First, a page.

and fifth contain such as are affixed to nouns. The remaining three lectures treat of the changes which roots and affixes undergo in special cases, or by general rules of orthography, and which are all effected by the addition or by the substitution of one or more elements. The apparent simplicity of the design vanishes in the perplexity of the structure. The endless pursuit of exceptions and limitations so disjoins the general precepts, that the reader cannot keep in view their intended connexion and mutual relation. He wanders in an intricate maze, and the clue of the labyrinth is continually slipping from his hand.' Again; “The studied brevity of the Páņiniya Sútras renders them in the highest degree obscure; even with the knowledge of the key to their interpretation, the student finds them ambiguous. In the application of them, when understood, he discovers many seeming contradictions; and, with every exertion of practised memory, he must experience the utmost difficulty in combining rules dispersed in apparent confusion through different portions of Páņini's eight lectures.'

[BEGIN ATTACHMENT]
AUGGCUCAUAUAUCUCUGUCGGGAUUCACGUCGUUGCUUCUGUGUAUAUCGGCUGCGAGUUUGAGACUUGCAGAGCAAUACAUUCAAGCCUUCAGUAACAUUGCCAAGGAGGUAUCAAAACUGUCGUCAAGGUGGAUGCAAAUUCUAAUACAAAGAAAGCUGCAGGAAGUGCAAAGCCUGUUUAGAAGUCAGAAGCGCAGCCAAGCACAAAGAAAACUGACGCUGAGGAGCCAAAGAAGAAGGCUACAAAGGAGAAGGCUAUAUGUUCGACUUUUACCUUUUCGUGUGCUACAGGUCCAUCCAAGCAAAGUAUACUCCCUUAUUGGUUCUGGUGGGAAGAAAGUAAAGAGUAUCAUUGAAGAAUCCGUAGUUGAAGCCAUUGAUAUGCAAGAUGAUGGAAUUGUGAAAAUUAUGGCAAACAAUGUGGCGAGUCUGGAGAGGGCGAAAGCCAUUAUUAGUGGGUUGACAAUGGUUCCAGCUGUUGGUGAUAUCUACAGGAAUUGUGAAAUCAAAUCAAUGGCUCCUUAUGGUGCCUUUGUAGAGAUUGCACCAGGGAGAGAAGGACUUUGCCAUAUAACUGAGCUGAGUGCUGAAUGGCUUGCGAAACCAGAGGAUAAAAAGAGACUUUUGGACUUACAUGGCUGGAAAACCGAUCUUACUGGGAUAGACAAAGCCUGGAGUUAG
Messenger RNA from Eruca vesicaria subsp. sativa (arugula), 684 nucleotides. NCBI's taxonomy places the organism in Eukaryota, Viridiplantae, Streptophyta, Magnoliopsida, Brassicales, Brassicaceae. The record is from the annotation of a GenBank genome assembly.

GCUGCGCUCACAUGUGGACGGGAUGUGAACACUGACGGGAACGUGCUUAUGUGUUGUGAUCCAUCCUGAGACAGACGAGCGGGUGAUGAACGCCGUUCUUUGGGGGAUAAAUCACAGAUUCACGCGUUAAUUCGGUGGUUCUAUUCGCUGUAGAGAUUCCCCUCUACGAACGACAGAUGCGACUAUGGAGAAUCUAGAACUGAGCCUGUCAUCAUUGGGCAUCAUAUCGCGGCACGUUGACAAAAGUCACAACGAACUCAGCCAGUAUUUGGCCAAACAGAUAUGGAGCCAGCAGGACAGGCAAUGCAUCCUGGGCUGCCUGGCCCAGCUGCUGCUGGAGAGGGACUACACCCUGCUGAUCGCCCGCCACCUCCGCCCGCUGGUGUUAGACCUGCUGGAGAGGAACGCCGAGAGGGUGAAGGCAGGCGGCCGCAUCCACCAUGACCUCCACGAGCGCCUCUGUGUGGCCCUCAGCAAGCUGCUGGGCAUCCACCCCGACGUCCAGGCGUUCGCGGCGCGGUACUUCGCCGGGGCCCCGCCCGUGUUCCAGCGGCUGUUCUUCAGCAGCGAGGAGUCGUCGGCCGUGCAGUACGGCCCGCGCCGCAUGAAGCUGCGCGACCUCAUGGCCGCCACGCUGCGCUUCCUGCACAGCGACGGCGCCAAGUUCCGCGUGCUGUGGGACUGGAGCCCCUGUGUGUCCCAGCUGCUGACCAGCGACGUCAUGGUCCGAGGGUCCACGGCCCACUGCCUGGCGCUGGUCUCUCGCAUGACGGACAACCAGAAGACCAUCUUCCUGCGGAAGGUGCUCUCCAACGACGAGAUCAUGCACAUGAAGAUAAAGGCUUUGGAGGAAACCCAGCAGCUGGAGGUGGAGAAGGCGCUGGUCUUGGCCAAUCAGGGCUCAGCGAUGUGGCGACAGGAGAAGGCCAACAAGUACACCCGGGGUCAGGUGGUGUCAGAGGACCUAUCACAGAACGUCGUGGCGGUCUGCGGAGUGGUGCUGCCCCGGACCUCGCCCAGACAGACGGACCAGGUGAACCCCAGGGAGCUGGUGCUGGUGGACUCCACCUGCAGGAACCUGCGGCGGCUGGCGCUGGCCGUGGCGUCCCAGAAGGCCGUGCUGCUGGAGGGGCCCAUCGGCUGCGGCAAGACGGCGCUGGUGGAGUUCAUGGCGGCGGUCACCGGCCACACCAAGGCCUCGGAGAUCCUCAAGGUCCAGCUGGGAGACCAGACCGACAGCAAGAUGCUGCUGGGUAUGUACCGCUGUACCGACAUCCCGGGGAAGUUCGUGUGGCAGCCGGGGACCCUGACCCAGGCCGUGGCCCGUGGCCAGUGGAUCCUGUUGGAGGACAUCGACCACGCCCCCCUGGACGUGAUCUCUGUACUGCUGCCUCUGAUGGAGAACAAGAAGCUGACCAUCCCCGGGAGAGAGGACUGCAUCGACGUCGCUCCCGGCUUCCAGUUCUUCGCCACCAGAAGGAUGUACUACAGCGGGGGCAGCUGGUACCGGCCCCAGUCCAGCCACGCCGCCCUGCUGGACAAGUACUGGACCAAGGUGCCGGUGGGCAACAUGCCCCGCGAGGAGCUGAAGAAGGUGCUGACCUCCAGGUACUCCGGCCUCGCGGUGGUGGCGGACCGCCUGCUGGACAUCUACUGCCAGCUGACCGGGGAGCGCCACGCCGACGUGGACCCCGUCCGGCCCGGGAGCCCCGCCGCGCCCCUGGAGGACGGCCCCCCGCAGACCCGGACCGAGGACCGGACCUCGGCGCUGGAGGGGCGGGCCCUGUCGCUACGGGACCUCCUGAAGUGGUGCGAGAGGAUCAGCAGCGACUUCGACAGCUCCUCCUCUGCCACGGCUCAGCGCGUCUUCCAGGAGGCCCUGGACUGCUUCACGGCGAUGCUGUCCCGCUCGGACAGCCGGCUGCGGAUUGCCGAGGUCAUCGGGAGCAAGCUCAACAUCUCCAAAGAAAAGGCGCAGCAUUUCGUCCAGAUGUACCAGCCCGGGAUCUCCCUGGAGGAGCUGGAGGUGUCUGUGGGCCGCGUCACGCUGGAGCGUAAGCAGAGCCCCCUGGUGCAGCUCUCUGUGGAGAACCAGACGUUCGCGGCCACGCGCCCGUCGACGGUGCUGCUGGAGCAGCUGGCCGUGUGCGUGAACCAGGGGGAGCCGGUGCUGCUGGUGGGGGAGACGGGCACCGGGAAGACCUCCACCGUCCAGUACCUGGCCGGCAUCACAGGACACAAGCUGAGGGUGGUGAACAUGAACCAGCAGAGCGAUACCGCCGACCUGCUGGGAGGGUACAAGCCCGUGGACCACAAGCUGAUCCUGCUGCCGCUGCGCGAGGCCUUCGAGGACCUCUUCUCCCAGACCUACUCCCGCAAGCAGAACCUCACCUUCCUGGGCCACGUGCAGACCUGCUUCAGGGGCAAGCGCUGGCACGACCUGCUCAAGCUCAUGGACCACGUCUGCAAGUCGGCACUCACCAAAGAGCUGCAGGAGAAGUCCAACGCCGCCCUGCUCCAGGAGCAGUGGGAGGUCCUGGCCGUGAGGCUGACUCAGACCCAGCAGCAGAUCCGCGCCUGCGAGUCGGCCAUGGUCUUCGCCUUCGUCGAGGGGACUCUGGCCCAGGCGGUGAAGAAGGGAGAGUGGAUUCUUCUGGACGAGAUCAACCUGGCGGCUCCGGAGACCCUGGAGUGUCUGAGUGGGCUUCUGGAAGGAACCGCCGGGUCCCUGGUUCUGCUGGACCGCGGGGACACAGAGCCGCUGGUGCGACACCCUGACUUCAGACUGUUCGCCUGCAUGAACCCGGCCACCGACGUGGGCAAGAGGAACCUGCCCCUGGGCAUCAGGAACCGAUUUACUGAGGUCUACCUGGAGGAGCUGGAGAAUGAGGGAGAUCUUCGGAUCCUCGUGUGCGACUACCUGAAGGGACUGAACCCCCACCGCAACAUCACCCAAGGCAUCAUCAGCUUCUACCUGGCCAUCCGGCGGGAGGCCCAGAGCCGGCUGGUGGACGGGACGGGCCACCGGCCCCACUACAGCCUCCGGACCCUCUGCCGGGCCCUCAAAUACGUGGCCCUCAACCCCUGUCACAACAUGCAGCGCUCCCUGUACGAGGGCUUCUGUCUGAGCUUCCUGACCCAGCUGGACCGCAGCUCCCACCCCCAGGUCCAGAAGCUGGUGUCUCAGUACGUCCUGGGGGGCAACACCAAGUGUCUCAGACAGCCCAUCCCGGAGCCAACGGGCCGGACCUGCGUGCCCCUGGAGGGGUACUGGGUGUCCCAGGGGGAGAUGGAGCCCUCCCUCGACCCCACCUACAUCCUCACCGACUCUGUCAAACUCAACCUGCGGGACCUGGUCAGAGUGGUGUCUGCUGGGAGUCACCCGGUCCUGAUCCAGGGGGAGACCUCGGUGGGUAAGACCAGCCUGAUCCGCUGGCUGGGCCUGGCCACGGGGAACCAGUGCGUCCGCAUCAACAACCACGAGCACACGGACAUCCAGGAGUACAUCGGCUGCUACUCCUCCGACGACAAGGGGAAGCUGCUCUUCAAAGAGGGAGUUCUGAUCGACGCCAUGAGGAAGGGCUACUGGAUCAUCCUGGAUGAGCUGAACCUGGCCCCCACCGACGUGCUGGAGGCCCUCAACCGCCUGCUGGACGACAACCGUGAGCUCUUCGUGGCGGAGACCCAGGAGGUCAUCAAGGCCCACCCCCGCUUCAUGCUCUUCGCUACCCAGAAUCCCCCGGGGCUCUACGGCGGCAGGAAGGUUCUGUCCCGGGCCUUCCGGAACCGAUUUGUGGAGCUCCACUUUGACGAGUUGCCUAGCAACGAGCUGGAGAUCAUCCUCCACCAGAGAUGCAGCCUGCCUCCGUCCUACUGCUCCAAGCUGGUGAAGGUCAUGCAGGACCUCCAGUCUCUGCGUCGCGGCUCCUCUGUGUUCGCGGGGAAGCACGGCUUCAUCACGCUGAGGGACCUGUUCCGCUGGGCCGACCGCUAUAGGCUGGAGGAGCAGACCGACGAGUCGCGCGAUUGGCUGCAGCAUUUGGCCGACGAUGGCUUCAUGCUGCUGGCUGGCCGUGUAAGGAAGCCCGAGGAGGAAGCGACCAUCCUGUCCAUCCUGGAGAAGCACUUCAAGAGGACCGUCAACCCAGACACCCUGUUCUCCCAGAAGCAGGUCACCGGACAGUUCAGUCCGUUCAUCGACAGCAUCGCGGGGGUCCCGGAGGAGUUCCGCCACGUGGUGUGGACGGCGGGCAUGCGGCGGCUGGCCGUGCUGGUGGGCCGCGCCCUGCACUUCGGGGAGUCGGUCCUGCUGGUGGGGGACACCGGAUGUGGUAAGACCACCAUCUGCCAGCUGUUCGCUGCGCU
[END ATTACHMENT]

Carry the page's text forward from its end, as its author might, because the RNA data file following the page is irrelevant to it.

That the reader may judge for himself of the almost incredible brevity and hopeless obscurity of these grammatical aphorisms, it may be worth while here to furnish him with one or two examples. The closing Sútra at the end of the eighth lecture is as follows: ' na a.' Will it be believed that this is interpreted to mean, “Let short a be held to have its organ of utterance contracted, now that we have reached the end of the work, in which it was necessary to regard it as being otherwise ?'